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November 28, 2012

Heinig: IREAD-3 — will it help or hurt our students?

One exam shouldn’t determine 3rd-grade redo

Right up until the last few days before the election, I expected the biggest issue for Hoosier voters to be the choice of our next U.S. senator. Boy, was I wrong!

State Superintendent Tony Bennett’s definitive loss to Glenda Ritz completely surprised me and a lot of other voters. For me, the surprise was a pleasant one. I have made no secret of my dissatisfaction with Dr. Bennett, and I have written several columns opposing his attempts to change our schools — both public and nonpublic.

Storm clouds are appearing over the capitol, and a long, drawn-out struggle is a distinct possibility.

I have never met Glenda Ritz, but I have read her campaign literature, and I did vote for her. It seems obvious that most Indiana educators and a lot of other Hoosiers did too. However, Gov.-elect Pence and other Republican leaders are already minimizing the significance of her election.

When they insist that Bennett’s changes are absolute, that the State Board of Education can obstruct Ritz, and that they might remove the superintendent’s position from the ballot, a battle looms on the horizon.

I plan to discuss the coming conflict in future columns. Yet, conflict is not inevitable. Charles Layne asked some very good questions in his letter to the Kokomo Tribune Nov. 14. Even its title is one of them. “What’s wrong with being able to read?” cuts right to the heart of the matter.

Before anybody marches into the fray, Mr. Layne’s questions deserve to be answered. “What’s wrong with being able to read?” Absolutely nothing! The importance of literacy is one of the few things that Hoosiers of every political persuasion can agree to.

“Is there a need for more illiteracy?” Of course not! The ability to read was always important, and it became indispensible long ago.

The knowledge and skills that we need to thrive now and in the future keep changing. We must change with them if we want to remain employed. Some employers offer retraining on-site. Others depend on institutions like Ivy Tech to retrain their work force. And the unemployed have the greatest need of all to keep learning.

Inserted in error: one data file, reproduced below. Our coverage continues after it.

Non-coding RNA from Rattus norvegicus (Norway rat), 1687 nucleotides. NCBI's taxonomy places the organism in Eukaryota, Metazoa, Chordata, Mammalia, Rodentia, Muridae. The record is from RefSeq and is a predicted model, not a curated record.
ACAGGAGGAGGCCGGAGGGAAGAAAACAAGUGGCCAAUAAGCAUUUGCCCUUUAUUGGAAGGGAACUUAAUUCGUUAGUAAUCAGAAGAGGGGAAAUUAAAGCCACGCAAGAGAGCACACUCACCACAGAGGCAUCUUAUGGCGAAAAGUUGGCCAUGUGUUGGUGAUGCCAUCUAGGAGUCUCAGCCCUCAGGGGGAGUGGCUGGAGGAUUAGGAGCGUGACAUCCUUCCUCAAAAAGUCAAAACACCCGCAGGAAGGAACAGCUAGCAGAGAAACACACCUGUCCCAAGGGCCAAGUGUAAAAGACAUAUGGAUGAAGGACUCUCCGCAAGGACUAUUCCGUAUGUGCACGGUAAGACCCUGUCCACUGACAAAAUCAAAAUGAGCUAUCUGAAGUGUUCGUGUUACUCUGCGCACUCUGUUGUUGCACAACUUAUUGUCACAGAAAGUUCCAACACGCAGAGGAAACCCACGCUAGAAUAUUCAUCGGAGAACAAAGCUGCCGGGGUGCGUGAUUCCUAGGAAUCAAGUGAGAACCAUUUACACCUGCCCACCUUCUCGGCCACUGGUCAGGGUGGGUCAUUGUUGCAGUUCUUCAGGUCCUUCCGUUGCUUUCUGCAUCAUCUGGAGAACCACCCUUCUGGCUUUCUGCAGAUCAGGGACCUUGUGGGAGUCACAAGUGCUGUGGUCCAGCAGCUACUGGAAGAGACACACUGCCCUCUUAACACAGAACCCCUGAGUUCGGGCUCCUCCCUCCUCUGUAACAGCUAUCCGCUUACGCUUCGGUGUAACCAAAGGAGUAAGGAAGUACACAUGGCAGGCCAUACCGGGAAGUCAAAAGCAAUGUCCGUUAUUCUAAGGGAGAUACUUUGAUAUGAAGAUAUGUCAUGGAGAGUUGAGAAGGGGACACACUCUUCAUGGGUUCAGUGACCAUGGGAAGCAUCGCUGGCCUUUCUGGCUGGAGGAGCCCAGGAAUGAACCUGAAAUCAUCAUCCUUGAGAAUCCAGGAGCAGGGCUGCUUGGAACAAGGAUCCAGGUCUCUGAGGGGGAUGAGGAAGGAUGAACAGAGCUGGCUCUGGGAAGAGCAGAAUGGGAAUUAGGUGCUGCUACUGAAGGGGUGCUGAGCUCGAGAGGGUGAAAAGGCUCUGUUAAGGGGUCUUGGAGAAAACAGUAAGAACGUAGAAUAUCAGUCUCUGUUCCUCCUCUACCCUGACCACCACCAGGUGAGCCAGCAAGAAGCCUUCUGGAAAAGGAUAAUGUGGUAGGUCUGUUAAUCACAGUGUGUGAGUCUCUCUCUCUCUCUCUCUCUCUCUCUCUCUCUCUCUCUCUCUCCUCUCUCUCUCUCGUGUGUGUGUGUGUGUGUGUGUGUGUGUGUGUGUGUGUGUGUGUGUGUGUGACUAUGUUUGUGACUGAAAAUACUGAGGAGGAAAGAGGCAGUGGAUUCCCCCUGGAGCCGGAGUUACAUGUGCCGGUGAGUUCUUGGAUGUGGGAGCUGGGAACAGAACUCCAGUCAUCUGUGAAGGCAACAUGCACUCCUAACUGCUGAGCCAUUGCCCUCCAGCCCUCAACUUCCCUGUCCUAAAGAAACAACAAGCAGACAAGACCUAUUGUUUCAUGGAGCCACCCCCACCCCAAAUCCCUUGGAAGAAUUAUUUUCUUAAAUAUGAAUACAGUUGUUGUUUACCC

Unfortunately, many people who teach adults know what to teach but not how to teach it. Much of what adults need to learn they must teach themselves. They can’t teach themselves if they can’t read.

Employers want results, (usually money). Workers who can’t produce those results don’t last long.

“Is it improper to ensure that third-graders demonstrate that they know how to read in order to progress in the public school system?” It depends on how we try to ensure it. I don’t think retaining a third-grader because of a poor test score ensures anything except disaster. To do that to an 8- or 9-year-old child can be devastating, traumatic and downright cruel!

As Margaret Brown stated in her letter to the Kokomo Tribune Nov. 23, the final decision about retaining a child belongs to the parents. I think it should belong to them. Many elementary schools are like small towns where everybody knows everybody else’s business! A child who repeats a grade must often endure the teasing and ridicule of other students. Does that encourage or discourage the child?

Merely repeating the third-grade learning experiences is simply redoing what didn’t work before. Allow the child to go on to fourth grade, but provide intensified remediation using fresh, new (and different!) learning experiences.

Mark Heinig Jr. of Kokomo is a retired Indiana teacher and principal. Contact him at markjr1708@gmail.com.

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